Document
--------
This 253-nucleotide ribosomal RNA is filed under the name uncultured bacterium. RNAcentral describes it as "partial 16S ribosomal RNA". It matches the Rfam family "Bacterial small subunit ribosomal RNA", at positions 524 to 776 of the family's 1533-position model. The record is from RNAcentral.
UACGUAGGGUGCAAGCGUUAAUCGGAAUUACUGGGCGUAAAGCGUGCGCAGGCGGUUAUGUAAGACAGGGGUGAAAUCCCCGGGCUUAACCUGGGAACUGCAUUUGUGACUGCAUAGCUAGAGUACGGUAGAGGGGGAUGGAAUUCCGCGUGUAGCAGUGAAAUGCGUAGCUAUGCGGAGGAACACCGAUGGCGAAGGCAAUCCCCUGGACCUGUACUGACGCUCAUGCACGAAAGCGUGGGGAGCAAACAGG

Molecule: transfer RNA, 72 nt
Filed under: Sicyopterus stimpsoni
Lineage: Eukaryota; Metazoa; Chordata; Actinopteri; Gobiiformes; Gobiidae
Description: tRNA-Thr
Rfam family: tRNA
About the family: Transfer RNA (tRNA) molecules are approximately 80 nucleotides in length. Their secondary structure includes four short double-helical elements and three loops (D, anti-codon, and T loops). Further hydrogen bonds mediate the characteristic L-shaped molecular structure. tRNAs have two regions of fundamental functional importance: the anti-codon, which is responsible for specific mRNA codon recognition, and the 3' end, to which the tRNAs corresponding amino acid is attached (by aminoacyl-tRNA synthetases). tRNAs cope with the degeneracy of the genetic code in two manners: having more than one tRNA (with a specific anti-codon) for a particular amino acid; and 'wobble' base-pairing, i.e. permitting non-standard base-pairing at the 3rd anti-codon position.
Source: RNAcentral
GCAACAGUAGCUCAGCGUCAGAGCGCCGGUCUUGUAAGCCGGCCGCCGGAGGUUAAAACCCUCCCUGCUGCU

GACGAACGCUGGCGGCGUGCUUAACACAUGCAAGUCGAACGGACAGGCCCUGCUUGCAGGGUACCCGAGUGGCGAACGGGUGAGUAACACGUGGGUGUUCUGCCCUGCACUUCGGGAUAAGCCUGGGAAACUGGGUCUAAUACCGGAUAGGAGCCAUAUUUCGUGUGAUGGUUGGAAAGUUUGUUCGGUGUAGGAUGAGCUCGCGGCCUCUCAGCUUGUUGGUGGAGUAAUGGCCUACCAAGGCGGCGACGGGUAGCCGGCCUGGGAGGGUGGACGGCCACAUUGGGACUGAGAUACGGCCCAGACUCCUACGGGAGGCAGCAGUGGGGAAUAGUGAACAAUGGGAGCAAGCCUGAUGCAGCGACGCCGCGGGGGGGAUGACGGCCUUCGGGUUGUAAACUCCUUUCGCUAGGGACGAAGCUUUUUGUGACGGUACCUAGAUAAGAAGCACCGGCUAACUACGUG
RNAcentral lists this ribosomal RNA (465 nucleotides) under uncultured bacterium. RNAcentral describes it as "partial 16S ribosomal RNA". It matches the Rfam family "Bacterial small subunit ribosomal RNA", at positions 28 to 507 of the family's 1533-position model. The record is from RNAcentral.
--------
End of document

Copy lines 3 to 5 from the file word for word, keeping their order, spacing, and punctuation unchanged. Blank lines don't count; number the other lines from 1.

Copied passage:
Molecule: transfer RNA, 72 nt
Filed under: Sicyopterus stimpsoni
Lineage: Eukaryota; Metazoa; Chordata; Actinopteri; Gobiiformes; Gobiidae